During yesterday’s presentation of Governor McCrory’s 2015-2017 state budget, State Budget Director Lee Roberts mentioned that 76 percent of new spending in the budget’s first year is allocated towards education and Medicaid.
Medicaid, a jointly funded entitlement program that offers medical benefits to certain low income patients and children, takes up two-thirds of the Department of Health and Human Services, 18 percent of the General Fund, and well over a quarter of total state and federal funds. I have written before on how this program is bankrupting the nation.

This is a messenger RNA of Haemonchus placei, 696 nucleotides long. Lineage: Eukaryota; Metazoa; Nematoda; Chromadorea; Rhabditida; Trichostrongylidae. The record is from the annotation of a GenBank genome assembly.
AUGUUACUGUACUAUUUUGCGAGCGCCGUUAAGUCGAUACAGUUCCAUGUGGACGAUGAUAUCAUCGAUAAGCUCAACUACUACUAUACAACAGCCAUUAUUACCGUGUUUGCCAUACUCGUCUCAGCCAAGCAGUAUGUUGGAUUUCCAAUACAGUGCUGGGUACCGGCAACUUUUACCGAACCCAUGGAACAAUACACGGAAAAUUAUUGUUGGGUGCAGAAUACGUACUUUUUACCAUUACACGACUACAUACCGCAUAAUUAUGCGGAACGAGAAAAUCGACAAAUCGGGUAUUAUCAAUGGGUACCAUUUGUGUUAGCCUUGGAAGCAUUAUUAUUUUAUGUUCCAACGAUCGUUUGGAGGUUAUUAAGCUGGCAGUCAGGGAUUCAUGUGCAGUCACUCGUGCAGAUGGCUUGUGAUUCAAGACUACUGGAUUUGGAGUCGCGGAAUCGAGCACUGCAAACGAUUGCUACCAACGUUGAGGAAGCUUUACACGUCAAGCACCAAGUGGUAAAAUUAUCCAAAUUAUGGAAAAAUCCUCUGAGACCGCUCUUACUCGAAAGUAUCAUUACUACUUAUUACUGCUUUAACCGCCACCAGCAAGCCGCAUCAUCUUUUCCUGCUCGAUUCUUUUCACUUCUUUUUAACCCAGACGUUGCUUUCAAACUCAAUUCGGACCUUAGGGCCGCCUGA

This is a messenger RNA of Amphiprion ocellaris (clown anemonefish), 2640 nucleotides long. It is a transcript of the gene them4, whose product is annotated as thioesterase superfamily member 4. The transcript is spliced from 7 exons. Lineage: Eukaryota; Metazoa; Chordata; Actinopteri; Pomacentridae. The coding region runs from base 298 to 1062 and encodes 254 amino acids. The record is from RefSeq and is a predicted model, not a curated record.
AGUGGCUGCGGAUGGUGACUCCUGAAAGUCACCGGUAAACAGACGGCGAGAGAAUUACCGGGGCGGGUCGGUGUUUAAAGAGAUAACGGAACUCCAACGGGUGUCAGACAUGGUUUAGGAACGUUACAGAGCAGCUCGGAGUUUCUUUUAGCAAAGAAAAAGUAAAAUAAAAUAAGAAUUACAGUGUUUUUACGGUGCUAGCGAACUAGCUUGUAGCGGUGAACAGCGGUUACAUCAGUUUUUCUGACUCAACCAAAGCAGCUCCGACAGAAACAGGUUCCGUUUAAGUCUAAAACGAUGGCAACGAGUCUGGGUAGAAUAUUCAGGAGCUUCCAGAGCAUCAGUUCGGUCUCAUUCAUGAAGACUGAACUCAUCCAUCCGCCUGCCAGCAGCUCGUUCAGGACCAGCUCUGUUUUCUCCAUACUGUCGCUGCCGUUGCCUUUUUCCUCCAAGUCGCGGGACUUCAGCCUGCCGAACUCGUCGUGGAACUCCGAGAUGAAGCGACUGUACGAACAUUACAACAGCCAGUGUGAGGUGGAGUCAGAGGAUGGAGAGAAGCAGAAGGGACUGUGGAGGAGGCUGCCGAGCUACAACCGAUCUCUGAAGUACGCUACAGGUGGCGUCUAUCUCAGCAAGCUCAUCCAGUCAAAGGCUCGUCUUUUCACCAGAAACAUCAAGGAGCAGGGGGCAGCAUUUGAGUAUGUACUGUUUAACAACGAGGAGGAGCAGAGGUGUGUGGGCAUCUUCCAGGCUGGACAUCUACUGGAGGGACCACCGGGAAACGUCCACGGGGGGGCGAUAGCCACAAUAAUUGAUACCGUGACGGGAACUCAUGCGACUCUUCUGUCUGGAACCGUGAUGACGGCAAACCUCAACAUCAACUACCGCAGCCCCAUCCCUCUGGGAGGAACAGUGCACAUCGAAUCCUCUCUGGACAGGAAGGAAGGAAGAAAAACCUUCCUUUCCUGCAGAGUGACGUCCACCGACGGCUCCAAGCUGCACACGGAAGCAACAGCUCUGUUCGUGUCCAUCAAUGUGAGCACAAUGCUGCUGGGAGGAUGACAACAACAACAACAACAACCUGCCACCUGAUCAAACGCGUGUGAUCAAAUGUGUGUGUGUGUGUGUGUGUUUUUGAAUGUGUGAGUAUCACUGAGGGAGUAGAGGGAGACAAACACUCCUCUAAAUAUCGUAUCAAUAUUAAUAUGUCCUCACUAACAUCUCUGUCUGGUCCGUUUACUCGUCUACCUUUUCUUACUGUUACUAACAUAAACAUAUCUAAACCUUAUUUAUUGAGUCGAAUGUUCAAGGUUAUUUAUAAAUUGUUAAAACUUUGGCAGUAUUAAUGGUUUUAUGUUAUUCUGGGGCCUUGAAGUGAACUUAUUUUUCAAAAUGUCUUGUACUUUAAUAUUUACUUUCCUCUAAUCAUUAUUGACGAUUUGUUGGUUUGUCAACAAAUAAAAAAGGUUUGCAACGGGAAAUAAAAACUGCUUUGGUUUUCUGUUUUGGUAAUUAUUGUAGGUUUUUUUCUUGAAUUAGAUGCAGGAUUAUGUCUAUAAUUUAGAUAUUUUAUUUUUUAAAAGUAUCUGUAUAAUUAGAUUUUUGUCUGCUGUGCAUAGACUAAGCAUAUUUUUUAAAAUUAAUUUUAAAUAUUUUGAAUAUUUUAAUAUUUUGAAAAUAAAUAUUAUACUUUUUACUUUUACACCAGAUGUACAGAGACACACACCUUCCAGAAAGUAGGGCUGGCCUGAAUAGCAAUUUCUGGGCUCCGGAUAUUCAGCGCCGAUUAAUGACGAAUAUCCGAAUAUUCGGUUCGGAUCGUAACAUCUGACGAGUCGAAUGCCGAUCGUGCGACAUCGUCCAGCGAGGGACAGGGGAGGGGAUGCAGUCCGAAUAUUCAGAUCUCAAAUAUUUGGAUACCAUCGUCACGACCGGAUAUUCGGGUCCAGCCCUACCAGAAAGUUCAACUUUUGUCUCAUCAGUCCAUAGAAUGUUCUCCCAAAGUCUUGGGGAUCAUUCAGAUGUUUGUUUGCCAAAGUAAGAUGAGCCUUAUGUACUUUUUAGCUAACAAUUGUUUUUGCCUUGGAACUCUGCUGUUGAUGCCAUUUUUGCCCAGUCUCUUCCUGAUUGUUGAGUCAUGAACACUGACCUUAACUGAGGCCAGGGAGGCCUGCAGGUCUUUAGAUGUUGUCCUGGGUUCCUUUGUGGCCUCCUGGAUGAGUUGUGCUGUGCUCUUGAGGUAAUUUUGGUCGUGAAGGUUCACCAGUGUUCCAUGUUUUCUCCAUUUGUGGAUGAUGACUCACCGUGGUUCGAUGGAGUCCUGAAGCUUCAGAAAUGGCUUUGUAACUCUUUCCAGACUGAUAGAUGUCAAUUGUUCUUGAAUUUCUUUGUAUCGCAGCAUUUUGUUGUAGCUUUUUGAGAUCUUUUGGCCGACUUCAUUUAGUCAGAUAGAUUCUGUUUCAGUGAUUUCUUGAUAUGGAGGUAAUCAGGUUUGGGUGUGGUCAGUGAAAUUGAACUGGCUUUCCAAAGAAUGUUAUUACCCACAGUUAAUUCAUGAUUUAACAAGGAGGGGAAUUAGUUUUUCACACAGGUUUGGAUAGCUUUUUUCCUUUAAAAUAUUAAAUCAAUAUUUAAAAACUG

If North Carolina were to expand Medicaid, it has been projected that taxpayers would have to shoulder an additional $3 billion over the next decade. Rather than diverting resources from children, the elderly, blind and disabled to able-bodied childless adults, the General Assembly is focused on reforming the current Medicaid system to control costs, administer services more efficiently, and improve patient health outcomes. More importantly, legislators should continue to be thinking about how to reduce government dependence and how to relax regulations that will make medical care more affordable for both the insured and uninsured. As of now, 18 percent of North Carolina citizens are Medicaid recipients.